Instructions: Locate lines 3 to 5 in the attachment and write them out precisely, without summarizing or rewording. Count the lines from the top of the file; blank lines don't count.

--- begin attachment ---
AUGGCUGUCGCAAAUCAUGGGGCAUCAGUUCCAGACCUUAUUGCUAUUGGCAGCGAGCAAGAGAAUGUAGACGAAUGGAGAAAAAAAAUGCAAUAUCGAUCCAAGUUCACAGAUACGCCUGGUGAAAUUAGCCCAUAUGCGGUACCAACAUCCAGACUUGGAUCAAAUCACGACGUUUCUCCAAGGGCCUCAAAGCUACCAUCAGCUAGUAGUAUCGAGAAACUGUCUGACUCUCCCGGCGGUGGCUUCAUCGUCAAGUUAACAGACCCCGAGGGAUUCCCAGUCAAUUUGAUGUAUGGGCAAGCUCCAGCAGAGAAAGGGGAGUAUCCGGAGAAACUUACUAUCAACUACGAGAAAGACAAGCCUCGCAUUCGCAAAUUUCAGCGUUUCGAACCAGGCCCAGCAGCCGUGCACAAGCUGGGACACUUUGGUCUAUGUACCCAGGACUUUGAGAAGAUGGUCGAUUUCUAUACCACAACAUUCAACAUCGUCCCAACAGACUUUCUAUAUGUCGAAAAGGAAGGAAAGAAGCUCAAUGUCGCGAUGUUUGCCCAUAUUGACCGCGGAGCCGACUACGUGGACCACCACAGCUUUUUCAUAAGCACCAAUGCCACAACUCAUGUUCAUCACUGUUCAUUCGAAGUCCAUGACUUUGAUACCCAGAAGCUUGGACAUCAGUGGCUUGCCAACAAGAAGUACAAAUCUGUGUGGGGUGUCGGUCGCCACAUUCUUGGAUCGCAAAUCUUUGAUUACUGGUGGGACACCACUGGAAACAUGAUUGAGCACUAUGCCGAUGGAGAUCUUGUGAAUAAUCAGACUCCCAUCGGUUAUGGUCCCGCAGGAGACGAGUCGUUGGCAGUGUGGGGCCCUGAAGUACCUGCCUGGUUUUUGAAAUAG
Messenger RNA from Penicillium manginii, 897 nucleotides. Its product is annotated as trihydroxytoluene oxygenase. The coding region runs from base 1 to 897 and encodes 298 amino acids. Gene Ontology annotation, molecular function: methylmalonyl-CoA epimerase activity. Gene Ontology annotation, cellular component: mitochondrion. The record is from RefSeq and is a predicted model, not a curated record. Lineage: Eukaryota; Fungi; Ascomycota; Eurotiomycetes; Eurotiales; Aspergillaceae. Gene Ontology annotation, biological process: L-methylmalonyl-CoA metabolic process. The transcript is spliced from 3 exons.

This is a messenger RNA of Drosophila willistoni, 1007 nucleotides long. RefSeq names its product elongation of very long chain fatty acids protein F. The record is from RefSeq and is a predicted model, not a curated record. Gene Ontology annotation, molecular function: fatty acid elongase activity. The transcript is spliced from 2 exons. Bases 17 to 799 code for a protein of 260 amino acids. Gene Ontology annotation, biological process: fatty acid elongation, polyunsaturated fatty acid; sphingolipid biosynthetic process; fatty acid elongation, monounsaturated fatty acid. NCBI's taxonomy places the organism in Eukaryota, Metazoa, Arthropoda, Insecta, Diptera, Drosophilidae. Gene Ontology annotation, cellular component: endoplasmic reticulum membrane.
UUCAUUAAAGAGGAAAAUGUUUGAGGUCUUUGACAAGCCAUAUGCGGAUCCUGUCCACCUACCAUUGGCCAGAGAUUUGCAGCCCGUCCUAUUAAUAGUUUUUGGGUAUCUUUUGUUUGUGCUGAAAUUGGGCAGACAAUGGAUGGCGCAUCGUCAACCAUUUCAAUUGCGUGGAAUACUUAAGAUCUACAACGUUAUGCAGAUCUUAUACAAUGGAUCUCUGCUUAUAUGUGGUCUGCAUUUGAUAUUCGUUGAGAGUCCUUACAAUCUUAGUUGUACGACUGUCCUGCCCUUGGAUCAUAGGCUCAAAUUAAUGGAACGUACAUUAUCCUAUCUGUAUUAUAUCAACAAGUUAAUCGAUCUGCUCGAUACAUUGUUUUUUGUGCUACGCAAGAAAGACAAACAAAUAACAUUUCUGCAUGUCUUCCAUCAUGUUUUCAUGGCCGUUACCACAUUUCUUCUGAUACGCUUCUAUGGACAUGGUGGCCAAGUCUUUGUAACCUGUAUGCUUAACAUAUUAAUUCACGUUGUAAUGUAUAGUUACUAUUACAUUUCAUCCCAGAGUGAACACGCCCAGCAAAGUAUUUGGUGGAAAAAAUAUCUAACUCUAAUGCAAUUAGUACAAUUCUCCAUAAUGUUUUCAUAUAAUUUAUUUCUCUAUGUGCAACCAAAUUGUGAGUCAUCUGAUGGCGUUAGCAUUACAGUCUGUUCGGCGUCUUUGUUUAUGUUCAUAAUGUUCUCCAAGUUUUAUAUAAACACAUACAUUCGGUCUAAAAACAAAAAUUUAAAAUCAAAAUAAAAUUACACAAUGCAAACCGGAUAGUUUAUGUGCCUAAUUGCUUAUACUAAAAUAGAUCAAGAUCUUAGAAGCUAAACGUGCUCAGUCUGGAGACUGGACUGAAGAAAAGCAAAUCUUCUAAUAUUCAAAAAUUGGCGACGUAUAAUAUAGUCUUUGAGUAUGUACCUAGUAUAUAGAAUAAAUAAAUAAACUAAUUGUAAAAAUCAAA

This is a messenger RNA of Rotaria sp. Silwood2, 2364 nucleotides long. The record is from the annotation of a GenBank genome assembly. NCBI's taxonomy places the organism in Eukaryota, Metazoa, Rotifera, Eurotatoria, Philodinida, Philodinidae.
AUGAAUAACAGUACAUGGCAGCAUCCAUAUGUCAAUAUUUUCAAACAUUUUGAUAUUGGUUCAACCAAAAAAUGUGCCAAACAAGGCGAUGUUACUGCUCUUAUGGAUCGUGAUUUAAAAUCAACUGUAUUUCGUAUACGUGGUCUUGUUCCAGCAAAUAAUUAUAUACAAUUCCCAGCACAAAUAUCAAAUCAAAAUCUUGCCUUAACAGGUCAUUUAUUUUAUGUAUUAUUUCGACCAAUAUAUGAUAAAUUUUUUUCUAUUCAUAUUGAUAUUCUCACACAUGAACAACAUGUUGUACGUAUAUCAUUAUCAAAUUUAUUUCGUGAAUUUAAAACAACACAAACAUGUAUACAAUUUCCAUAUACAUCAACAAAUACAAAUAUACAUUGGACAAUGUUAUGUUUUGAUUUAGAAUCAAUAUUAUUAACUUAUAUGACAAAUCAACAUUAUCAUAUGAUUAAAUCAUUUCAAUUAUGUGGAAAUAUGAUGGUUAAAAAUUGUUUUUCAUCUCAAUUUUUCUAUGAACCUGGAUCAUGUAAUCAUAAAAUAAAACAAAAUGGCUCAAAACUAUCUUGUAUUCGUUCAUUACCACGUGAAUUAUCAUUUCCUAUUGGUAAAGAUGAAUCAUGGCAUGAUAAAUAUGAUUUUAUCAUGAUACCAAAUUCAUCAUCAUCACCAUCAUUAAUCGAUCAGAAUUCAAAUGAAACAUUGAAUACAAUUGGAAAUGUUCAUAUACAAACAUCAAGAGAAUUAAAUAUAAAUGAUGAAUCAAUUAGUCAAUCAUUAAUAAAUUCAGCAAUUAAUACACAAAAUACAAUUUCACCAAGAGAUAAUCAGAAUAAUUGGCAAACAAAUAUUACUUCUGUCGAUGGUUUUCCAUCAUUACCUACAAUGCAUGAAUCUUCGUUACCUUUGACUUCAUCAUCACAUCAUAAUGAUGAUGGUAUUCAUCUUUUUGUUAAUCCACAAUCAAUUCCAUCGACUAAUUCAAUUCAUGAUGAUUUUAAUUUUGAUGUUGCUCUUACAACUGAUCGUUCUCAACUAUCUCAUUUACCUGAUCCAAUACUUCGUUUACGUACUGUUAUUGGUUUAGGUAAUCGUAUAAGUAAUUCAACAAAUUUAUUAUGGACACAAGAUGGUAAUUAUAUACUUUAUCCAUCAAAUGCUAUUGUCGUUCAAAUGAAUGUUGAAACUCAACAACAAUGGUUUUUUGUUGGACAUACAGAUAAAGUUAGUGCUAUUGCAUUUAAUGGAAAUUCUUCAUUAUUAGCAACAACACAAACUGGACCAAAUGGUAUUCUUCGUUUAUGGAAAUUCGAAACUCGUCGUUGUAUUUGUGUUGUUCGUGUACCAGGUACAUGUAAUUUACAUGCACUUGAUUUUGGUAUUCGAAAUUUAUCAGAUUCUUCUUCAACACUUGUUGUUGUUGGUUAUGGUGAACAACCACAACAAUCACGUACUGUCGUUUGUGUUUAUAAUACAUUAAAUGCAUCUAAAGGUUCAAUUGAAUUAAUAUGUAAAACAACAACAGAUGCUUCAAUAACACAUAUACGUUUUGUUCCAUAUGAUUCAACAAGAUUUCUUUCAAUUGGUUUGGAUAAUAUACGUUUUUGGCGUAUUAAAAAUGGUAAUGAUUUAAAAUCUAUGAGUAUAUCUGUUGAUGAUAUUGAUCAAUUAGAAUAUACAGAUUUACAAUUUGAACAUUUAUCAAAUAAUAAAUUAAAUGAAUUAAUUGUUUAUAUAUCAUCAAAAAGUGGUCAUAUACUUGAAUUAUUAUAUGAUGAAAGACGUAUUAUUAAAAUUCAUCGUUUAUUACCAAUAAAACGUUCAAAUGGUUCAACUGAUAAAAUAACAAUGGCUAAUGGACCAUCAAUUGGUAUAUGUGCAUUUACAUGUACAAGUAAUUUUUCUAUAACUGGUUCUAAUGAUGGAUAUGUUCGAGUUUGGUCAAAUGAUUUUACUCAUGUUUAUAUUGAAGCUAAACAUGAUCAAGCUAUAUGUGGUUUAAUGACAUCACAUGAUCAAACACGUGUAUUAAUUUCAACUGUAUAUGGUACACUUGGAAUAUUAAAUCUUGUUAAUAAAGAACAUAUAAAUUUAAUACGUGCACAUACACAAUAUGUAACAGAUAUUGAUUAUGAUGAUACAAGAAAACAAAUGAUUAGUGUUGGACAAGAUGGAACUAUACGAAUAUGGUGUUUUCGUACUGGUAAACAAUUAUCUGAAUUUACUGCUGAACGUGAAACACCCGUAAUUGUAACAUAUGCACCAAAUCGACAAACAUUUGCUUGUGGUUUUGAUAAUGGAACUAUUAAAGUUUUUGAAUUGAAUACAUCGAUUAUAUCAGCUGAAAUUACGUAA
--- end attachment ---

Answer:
This is a messenger RNA of Drosophila willistoni, 1007 nucleotides long. RefSeq names its product elongation of very long chain fatty acids protein F. The record is from RefSeq and is a predicted model, not a curated record. Gene Ontology annotation, molecular function: fatty acid elongase activity. The transcript is spliced from 2 exons. Bases 17 to 799 code for a protein of 260 amino acids. Gene Ontology annotation, biological process: fatty acid elongation, polyunsaturated fatty acid; sphingolipid biosynthetic process; fatty acid elongation, monounsaturated fatty acid. NCBI's taxonomy places the organism in Eukaryota, Metazoa, Arthropoda, Insecta, Diptera, Drosophilidae. Gene Ontology annotation, cellular component: endoplasmic reticulum membrane.
UUCAUUAAAGAGGAAAAUGUUUGAGGUCUUUGACAAGCCAUAUGCGGAUCCUGUCCACCUACCAUUGGCCAGAGAUUUGCAGCCCGUCCUAUUAAUAGUUUUUGGGUAUCUUUUGUUUGUGCUGAAAUUGGGCAGACAAUGGAUGGCGCAUCGUCAACCAUUUCAAUUGCGUGGAAUACUUAAGAUCUACAACGUUAUGCAGAUCUUAUACAAUGGAUCUCUGCUUAUAUGUGGUCUGCAUUUGAUAUUCGUUGAGAGUCCUUACAAUCUUAGUUGUACGACUGUCCUGCCCUUGGAUCAUAGGCUCAAAUUAAUGGAACGUACAUUAUCCUAUCUGUAUUAUAUCAACAAGUUAAUCGAUCUGCUCGAUACAUUGUUUUUUGUGCUACGCAAGAAAGACAAACAAAUAACAUUUCUGCAUGUCUUCCAUCAUGUUUUCAUGGCCGUUACCACAUUUCUUCUGAUACGCUUCUAUGGACAUGGUGGCCAAGUCUUUGUAACCUGUAUGCUUAACAUAUUAAUUCACGUUGUAAUGUAUAGUUACUAUUACAUUUCAUCCCAGAGUGAACACGCCCAGCAAAGUAUUUGGUGGAAAAAAUAUCUAACUCUAAUGCAAUUAGUACAAUUCUCCAUAAUGUUUUCAUAUAAUUUAUUUCUCUAUGUGCAACCAAAUUGUGAGUCAUCUGAUGGCGUUAGCAUUACAGUCUGUUCGGCGUCUUUGUUUAUGUUCAUAAUGUUCUCCAAGUUUUAUAUAAACACAUACAUUCGGUCUAAAAACAAAAAUUUAAAAUCAAAAUAAAAUUACACAAUGCAAACCGGAUAGUUUAUGUGCCUAAUUGCUUAUACUAAAAUAGAUCAAGAUCUUAGAAGCUAAACGUGCUCAGUCUGGAGACUGGACUGAAGAAAAGCAAAUCUUCUAAUAUUCAAAAAUUGGCGACGUAUAAUAUAGUCUUUGAGUAUGUACCUAGUAUAUAGAAUAAAUAAAUAAACUAAUUGUAAAAAUCAAA

This is a messenger RNA of Rotaria sp. Silwood2, 2364 nucleotides long. The record is from the annotation of a GenBank genome assembly. NCBI's taxonomy places the organism in Eukaryota, Metazoa, Rotifera, Eurotatoria, Philodinida, Philodinidae.